Ground Covers by Way of Persian Carpets
A childhood encounter influences a garden feature.
When I was six years old, a friend of my mother's (purportedly a Persian princess) visited our home in Houston. Kay arrived in a Nash Rambler, the tiniest car I had ever seen, which was chock full of fur coats, jewels and Persian carpets. Kay herself was even more dramatic than her rings and clothing. A high-energy, olive-skinned beauty, she gesticulated wildly with her hands, made outlandish statements for the 1950s and — in a sovereign moment — declared my mother custodian of her Persian carpets until Kay had established herself in Los Angeles.
On the day of the official "unrolling," Kay waited for "her Little Viva" (that would be me) to return from the travails of first grade. Turkish coffee and a tray of my mother's Middle Eastern pastries marked the occasion. With bracelet-jangling flourishes, Kay announced the name of each silk and wool treasure: Sarouk, Kirman, Bakhtiari (there were several), and an especially prized Isfahan. As I watched each one change geometry from cylinder to rectangle, it struck me as hilarious that these rugs actually had names. By the next day, I had invented nicknames for both a bath mat and the shag rug by my bed.
As time went by, the lush floral borders and intricate medallions of these Persian carpets took hold of me forevermore. Years later in Teheran — sipping chai at the shop of a rug merchant — I watched weavers create the same magical motifs that articulated a link between the omphalos of a flower and a rose-glass window.
Perhaps this is why today, recalling the mixture of foliage and tendrils in florid Persian carpets, I combine ground covers in my garden. Where an artist may blend pastel crayons with shredded fiber, I mingle Dichondra argentea (silver ponyfoot) with Lysmanchia nummularia (creeping Jenny), creating a tranquil background for lymus grass, white iris and purple-y alliums like christophii and aflatunense.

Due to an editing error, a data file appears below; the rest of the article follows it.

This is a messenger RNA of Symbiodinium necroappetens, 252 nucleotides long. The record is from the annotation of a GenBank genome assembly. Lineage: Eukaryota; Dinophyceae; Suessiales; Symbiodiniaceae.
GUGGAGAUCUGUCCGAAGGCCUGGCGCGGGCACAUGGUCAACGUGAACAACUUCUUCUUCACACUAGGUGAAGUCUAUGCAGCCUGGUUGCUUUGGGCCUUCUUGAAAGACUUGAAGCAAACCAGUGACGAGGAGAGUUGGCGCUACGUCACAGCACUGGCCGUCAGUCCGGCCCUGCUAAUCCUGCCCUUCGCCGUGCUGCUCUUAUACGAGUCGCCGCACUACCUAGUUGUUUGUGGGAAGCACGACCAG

I also mix Dichondra with creeping wire vine (Muehlenbeckia axillaris) and a touch of spotted nettle (Lamium maculatum), forming a lustrous silver and dark green composition that excels in shady areas. Although a Zone 8 label accompanies my purchase of wire vine, it always endures winter in Silver City. Thereafter, a spring clipping of the plant's thin and interestingly tangled stems rejuvenates it both in pots and the ground.
Utilizing either combination requires curtailing "Jenny's" rambunctious growth every three years or so, as she capably deflects winter die-back.
Last winter did take a toll on the Dichondra — an unfortunate loss as it had reigned happily in many beds. Moreover, my constant source for the plant was JD's Feed & Supply, which no longer sells gardening stock. Hopefully another nursery will fill this gap.
The ground covers that I've described are water hardy and drought resistant when grown in part shade. Their other benefits include softening hard edges and reducing soil compaction, relieving monotony in the landscape, and serving as a means to control weeds. Ground covers also help keep the soil cool.
Undoubtedly, using only one species of ground cover highlights the inherent drama of a single swath or color, form and texture. Space constraints in my garden negate such luxurious, horizontal expanses.